Attorney Sues Adjuster for Defamation

A Nationwide insurance adjuster met with a personal injury claimant in an effort to settle a claim.  The claimant indicated he intended to select a certain attorney as his counsel.  The adjuster said that the attorney just took peoples’ money and that the attorney’s clients would receive more money if they dealt with the adjuster directly.

The lawyer (Tronfeld) sued and the trial court dismissed the case, stating that the statements of the adjuster were statements of opinion and thus not actionable.

The Virginia Supreme Court said that   "[u]nless Schmitt’s statements are opinion, they are sufficient to sustain a cause of action for defamation per se because the statements prejudice Tronfeld in his profession as an attorney at law. To state that an attorney “just takes people’s money” and that an attorney’s clients receive less for their claims because of the attorney’s services implies a combination of dishonesty, incompetence or the crimes of larceny by trick or obtaining money by false pretenses. … Such statements damage an attorney’s standing to engage in his or her chosen profession and carry the connotation that he or she lacks the integrity and fitness to practice law."

The Court then went on to say this:  "[W]e conclude that, whether considered individually or together, Schmitt’s statements “are capable of being proven true or false” and thus are actionable in defamation.  The statement “[t]hat Jay Tronfeld just takes people’s money” is capable of disproof by evidence, if adduced, that Tronfeld’s clients received monetary or other relief as a result of his legal services. It would not be a matter of opinion that Tronfeld takes a client’s money without rendering a service of value in return if Tronfeld, for example, produced evidence of a settlement or judgment he obtained for that client. Schmitt’s other statement, “that clients of Jay Tronfeld would receive more money [for their claims] if they had not hired Jay and had dealt with the adjuster [directly],” could similarly be proven false. The statement would not be opinion if the evidence showed a settlement or judgment Tronfeld obtained for a client which exceeded the offer made by an insurance company to the client prior to the retention of Tronfeld as his or her legal counsel. In this regard, Schmitt’s statements, whether considered separately or together, are analogous to the defendant’s statements in Fuste, that the plaintiff physicians had “abandoned” their patients. We held that statement was not opinion, but “capable of being proven true or false,” and thus actionable in a claim for defamation per se. Schmitt’s statements in the case at bar present a clear, if not clearer, case for proof as a matter of fact than the statements in Fuste. "  [Citations omitted.]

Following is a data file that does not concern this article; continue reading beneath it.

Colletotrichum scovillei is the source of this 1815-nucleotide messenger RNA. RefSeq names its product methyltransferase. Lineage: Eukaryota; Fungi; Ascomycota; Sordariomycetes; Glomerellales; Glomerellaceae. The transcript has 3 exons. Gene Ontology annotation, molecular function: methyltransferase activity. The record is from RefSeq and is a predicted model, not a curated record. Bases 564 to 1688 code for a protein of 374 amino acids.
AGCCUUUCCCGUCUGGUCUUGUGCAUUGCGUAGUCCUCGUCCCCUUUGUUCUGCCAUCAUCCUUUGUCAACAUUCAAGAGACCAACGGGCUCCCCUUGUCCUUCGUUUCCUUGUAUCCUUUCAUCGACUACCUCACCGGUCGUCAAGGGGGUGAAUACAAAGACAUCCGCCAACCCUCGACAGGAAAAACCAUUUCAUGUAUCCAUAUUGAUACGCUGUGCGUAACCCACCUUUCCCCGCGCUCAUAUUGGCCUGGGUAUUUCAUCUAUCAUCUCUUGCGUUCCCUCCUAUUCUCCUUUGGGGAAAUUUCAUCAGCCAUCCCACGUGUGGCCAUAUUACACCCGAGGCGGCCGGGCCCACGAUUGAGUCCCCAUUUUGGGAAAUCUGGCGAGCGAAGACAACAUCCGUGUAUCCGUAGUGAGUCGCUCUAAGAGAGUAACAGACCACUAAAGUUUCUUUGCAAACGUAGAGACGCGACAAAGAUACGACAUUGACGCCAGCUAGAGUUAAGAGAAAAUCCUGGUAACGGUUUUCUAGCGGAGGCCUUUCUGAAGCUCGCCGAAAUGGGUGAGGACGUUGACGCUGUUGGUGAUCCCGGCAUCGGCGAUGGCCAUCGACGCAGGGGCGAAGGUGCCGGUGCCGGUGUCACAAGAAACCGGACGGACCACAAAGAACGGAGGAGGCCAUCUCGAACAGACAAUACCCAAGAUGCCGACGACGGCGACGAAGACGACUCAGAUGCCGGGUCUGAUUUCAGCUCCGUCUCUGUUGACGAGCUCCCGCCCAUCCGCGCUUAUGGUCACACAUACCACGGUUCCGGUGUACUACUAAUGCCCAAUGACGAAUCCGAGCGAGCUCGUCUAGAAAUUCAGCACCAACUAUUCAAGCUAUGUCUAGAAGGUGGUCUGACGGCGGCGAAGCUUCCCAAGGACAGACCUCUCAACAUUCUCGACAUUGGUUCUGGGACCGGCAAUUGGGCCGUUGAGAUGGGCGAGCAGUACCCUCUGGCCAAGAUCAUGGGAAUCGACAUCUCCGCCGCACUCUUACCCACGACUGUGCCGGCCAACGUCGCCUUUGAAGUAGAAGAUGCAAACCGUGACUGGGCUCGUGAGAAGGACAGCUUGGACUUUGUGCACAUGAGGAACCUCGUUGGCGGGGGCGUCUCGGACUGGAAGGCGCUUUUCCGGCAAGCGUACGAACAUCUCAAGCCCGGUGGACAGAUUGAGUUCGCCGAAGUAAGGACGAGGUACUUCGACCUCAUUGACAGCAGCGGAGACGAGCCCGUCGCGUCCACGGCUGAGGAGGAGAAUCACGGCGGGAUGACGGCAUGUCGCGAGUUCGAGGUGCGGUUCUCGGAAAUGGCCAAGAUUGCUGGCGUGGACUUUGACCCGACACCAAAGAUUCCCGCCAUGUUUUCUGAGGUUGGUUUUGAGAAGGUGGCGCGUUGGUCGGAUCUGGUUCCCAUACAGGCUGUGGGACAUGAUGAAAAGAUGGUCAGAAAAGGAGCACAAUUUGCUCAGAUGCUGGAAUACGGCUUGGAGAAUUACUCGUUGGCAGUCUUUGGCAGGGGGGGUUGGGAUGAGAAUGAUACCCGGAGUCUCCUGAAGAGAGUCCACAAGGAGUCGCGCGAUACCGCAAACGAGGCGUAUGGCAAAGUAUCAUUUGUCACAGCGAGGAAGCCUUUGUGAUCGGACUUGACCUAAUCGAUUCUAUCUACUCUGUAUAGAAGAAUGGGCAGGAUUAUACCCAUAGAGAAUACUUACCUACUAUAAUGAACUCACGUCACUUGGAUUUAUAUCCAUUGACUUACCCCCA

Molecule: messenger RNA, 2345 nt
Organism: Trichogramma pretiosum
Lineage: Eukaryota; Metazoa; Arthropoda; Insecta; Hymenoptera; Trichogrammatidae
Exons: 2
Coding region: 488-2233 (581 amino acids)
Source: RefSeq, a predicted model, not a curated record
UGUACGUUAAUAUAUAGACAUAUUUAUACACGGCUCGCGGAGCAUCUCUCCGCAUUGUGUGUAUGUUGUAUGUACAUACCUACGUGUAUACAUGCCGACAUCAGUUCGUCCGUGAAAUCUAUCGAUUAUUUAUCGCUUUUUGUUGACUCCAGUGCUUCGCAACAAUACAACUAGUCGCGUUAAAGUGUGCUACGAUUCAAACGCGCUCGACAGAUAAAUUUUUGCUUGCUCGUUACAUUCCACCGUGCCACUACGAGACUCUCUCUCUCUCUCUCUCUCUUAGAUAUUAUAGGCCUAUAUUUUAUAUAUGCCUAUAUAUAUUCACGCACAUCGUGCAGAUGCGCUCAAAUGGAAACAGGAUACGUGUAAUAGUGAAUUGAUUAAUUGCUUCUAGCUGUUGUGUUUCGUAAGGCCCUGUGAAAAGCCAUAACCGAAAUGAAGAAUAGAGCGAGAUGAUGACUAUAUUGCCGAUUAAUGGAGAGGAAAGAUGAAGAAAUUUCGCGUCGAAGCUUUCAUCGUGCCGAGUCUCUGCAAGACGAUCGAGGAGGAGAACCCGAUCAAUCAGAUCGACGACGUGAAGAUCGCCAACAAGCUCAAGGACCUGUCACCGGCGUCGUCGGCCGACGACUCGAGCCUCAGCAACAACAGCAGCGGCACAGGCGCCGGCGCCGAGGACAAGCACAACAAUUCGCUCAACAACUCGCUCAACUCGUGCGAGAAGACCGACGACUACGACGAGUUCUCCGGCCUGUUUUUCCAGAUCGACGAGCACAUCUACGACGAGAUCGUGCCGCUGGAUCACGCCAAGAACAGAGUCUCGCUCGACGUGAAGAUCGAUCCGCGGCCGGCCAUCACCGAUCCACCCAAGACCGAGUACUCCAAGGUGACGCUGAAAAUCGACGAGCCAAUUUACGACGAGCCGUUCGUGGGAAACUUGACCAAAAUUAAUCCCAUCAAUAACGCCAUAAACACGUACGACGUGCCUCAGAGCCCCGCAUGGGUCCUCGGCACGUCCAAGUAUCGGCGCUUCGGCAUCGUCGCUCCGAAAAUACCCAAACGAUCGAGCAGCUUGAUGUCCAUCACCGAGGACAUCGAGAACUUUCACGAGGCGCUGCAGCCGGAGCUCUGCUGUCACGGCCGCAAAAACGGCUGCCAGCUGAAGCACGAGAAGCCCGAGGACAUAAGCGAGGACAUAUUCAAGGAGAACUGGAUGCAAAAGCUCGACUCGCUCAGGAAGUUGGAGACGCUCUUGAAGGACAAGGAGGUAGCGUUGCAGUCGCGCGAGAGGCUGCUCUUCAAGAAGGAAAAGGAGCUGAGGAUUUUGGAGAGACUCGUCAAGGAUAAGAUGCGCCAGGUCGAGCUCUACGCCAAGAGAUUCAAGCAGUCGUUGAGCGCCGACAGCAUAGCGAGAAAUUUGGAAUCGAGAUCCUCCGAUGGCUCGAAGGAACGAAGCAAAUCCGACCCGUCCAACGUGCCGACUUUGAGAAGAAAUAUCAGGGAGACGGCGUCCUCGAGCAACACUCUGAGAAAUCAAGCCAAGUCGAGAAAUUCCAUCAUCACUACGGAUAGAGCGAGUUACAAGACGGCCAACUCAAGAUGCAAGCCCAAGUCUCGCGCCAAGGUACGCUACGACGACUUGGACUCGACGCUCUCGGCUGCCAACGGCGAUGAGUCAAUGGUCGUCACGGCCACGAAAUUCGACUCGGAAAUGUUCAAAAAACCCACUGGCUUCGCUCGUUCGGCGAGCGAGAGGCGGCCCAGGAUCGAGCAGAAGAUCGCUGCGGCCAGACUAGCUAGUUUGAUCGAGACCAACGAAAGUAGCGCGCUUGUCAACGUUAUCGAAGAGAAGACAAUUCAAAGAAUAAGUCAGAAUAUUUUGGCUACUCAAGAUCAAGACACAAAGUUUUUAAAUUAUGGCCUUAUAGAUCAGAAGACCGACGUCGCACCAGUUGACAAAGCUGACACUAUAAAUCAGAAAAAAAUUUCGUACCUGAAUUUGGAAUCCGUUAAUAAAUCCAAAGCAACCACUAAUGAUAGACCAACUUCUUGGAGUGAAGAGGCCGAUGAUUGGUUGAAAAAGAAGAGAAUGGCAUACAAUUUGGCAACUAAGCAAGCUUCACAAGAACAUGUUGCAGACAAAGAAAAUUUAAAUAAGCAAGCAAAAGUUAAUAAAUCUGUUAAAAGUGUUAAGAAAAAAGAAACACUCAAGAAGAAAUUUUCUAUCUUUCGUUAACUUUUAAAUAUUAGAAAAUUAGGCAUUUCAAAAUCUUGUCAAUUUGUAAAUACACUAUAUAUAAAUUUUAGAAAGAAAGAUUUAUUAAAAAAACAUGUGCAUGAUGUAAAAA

Read the opinion in Tronfeld v. Nationwide Ins. Co.  here.